The concept of moving from “sage on the stage” to “guide on the side” is not new in the field of education. I had honestly thought I had mastered the guiding/coaching side of teaching. A personalized learning approach seemed a natural fit for my students and me. What I have come to discover is that this first six weeks of school has been a steep learning curve, backed with a lot of online professional development as I have reflected on the philosophy of personalized learning and how I am implementing it in my classroom. It turns out the “stage” is awful hard to step away from. Changing thinking is hard…

Education is in a transformative state across the nation and across our state as we work together to prepare our students for the futures before them. We must change our thinking to meet their changing futures. This level of transformative change in the classroom and in our teaching requires time, effort and resources. The operating budget set forth by Superintendent Reykdal allows for the time to implement such changes. The vast majority of educators I know are willing to put in the effort for change – that is if it is “real” and worthy. Now, it will be interesting to see how the availability of resources unfolds to meet the challenge of changing our thinking.

The Superintendent’s Budget: My Takeaways

I live in Vancouver and teach in Camas. You might have noticed that many schools in my region didn’t start on time this year.

While we eked out a last-minute settlement in Camas (full disclosure, I was on the bargaining team and am the immediate past-President of our association), our neighbors on all sides of us had to head to the picket line in order to settle their contract issues. At the time I’m writing this, there are still several classified unions representing secretaries, support staff, and other vital members of our educational teams who are working without a settled contract.

In the October 9th News Release from OSPI where Superintendent Reykdal shared his proposed state school funding priorities, he called out the struggles Southwest Washington faced under the revised funding model… which many people recognize as the reason that so many educators’ unions ended up picketing instead of starting the school year on time. That model is one I’ll get to in just a minute, though.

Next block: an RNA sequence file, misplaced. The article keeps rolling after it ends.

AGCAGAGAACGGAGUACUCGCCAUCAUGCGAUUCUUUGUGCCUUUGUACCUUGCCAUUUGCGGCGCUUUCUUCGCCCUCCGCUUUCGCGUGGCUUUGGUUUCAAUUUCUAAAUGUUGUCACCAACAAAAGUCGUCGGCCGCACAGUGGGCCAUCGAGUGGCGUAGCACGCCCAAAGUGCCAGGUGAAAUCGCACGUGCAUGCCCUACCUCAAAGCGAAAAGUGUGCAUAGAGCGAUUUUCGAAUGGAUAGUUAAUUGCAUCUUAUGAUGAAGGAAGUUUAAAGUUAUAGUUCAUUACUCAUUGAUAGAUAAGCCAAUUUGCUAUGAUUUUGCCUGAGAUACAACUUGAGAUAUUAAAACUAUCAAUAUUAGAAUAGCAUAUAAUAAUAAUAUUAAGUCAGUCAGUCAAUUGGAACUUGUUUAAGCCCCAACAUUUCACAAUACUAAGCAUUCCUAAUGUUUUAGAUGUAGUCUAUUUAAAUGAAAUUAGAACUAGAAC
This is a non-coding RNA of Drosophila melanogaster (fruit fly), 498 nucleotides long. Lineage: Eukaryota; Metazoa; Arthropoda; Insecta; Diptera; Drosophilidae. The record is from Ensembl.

While Superintendent Reykdal identifies some important funding priorities, he also properly identifies the root of the problem in our present system: revenue. While the shift to the statewide property tax was intended to be some sort of great equalizer in funding, it did not have that effect. Besides the mythical 3.1% cap on salary increases (which was finally in early August dismissed by Reykdal in a memo to districts), limits on levy capacity became the stalling point at bargaining tables around Southwest Washington, and despite double-digit-percentage increases in total incoming revenue, skittish district leaders were spooked by the shakeup of the levy structure… so much so that at many tables, the initial counter-offers from district leadership constituted de facto pay cuts for educators, despite net gains in total revenue available for educator salary.

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Reading From the Ground Up

Last year my district bought a brand-new ELA curriculum for the elementary grades. It has short stories, poems, and even a handful of class sets of novels for teachers to share. There are also nonfiction materials integrated into the standard social studies and science topics of the different grade levels. For example, since fourth graders across America often study Native cultures, the fourth grade ELA curriculum has booklets about Native tribal history and a traditional Native story. In addition, there are booklets about money management, economics, and innovation. For science, the booklets include topics ranging from earthquakes, volcanoes, tsunamis, skeletons, and porpoises. There is also a short biography of an early paleontologist.

Our school day is scheduled around lunch, recesses, specialist time, a set period for math, a set period for reading, plus additional WIN times for math and reading—WIN standing for “What I Need,” whether it’s reteaching, extra support, or enrichment. Last year our fifth grade teachers complained that they had 20 minutes a day to fit in all the district-adopted science and social studies curriculum. “But you are teaching science and social studies in your ELA curriculum, right?” was the response they got.